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Antibiotic Resistance and the Challenges of Global Commons Problems

There are few technologies that have had as significant an impact on the human condition as the discovery of antibiotics. In a very fundamental way, antibiotics enabled the modernization of healthcare. In the twenty years following the discovery of penicillin, dozens of other antibiotics were uncovered. However, in the last twenty years the number of new antibiotics can be counted on a single hand. If the rate of evolved resistance in bacteria stays the same while the rate of discovery of new antibiotics continues to slow, we will soon find ourselves in a world were the field of medicine is thrown back to the barbarism of the 1800s — where any simple surgery is once again life threatening. Antibiotic resistance is an example of a globalized commons problem. Unlike localized commons problems which have been discussed extensively in academic literature, globalized commons problems, ones that ones that occur in domains that lie outside of the political reach of any one nation, such as global warming and antibiotic resistance, are relatively new phenomenon.

In “Revisiting the Commons: Local Lessens, Global Challenges,” Elinor Ostrom examines the nature of common pool resources and suggests alternative institutions for their management, seeing the evolution of cooperative norms as a potential solution. Globalized commons problems are highly difficult to solve — regardless of whether through Ostrom’s proposed evolved norms or through traditional mechanisms, such as increased regulation. In this paper, I will argue that antibiotic resistance is an example of a globalized commons problem and the inability to deal with it, either through state intervention or through the evolution of norms, signals biologically derived principles of cooperation are insufficient and that new supranational organizational structures are needed in order to prevent such problems from metastasizing.

Antibiotics usage exhibits the two features Ostrom suggests characterize commons problems, (1) difficulty of exclusion and (2) subtractability, meaning the “exploitation by one user reduces resource availability for others.”[1] The difficulty of exclusion comes from antibiotics’ ubiquity. They are relied on in hospitals and for medical care more broadly, but also as a supplement in the diet of livestock. A ban on antibiotics would be highly controversial and would have far reaching consequences. Though it could be done, the institutional challenges would be unprecedented and push back would be fierce.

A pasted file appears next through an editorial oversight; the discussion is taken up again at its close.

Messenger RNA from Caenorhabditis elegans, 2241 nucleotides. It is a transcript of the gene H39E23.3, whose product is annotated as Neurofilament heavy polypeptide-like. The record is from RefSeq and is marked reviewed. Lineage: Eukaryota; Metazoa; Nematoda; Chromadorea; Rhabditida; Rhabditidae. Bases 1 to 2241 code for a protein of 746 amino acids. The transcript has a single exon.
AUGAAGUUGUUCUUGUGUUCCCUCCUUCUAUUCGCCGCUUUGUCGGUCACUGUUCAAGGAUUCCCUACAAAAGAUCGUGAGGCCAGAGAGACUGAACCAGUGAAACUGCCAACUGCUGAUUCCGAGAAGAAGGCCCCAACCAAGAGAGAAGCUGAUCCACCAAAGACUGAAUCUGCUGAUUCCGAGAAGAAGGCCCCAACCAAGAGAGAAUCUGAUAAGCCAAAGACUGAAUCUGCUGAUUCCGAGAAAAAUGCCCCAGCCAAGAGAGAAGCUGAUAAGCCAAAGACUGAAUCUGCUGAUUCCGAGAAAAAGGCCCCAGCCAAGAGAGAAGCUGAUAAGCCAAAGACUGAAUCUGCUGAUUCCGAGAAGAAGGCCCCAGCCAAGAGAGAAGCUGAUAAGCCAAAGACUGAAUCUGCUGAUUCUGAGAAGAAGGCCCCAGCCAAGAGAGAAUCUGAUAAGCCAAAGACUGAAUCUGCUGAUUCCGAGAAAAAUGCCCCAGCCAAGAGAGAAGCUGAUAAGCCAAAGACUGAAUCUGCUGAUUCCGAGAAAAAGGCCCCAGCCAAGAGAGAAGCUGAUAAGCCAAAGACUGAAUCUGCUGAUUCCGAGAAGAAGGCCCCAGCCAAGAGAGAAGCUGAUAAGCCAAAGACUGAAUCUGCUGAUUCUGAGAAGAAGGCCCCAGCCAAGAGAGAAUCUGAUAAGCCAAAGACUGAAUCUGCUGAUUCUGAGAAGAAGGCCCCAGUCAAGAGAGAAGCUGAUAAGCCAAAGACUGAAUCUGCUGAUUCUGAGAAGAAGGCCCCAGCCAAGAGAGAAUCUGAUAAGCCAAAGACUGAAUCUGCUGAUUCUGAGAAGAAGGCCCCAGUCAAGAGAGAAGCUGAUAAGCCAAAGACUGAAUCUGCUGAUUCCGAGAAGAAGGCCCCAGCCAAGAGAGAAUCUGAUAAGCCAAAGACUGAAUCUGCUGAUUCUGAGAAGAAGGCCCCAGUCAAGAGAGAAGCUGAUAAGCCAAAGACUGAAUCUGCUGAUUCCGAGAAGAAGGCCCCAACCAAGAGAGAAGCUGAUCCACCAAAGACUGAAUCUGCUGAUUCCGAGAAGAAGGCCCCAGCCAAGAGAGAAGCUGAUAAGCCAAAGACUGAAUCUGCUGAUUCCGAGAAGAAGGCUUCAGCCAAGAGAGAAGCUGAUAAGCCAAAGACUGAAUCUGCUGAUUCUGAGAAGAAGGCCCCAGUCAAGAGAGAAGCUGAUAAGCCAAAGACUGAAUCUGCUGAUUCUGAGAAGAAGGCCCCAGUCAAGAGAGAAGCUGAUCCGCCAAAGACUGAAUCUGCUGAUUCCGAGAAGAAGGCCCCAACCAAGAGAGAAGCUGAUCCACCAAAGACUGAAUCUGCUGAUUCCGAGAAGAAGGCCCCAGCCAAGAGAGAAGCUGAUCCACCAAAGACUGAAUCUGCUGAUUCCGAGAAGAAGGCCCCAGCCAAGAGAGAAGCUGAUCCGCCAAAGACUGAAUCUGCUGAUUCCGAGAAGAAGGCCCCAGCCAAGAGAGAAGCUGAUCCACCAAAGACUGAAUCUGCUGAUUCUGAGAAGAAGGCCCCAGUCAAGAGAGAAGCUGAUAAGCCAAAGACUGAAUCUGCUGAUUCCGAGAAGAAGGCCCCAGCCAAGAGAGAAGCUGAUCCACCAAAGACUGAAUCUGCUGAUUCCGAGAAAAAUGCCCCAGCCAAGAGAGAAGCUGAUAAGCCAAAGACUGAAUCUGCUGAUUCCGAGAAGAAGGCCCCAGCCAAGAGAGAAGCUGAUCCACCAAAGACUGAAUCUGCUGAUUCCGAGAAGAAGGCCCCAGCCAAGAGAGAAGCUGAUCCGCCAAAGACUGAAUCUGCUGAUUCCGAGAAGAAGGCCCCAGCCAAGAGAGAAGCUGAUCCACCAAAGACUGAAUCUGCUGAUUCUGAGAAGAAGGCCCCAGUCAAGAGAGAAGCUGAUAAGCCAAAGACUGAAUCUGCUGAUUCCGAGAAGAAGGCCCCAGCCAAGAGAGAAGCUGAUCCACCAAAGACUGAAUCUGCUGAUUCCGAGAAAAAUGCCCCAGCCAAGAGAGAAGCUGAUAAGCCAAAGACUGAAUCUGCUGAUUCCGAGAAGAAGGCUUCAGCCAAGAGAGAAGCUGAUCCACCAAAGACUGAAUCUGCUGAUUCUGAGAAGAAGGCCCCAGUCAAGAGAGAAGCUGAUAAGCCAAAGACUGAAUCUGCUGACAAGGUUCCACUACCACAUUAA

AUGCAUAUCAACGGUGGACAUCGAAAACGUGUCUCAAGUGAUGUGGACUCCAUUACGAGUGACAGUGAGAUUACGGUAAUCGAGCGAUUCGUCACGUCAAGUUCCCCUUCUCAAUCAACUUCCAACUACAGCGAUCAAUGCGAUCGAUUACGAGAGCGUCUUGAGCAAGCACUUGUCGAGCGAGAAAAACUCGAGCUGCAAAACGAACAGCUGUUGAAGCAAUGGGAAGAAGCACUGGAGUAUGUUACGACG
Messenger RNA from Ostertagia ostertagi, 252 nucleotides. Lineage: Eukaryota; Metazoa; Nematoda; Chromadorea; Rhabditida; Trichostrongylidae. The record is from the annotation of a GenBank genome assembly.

The question of subtractability is more interesting. Antibiotics are not a finite resource in the classic sense. The active ingredients can be synthesized relatively easily. Some knowledge of how antibiotics work is required in order to understand why they should be thought of as subtractable. Antibiotics kill bacteria by targeting specific features, such as the structure of cell walls or the cellular machinery used to build proteins or copy DNA, that differ between bacteria (prokaryotic cells) and the eukaryotic cells that make up multicellular organism like humans.[2] However, when exposed to antibiotics over an extended period of time, with a concentration that doesn’t kill the entire population outright, bacteria can evolve resistance. The bacteria that have a slight natural resistance survive and reproduce, while those that lack the adaptation perish. As a result, anytime an antibiotic is used, its overall theoretical effectiveness decreases as more exposure equates to more potential for a mutation that confers resistance to occur. Antibiotics are a naturally occurring resource that is indirectly made more scarce though human consumption. Unlike with traditional natural resources, the usage of antibiotics doesn’t tax some finite supply, however it does potentially reduce the effectiveness of the drug, globally.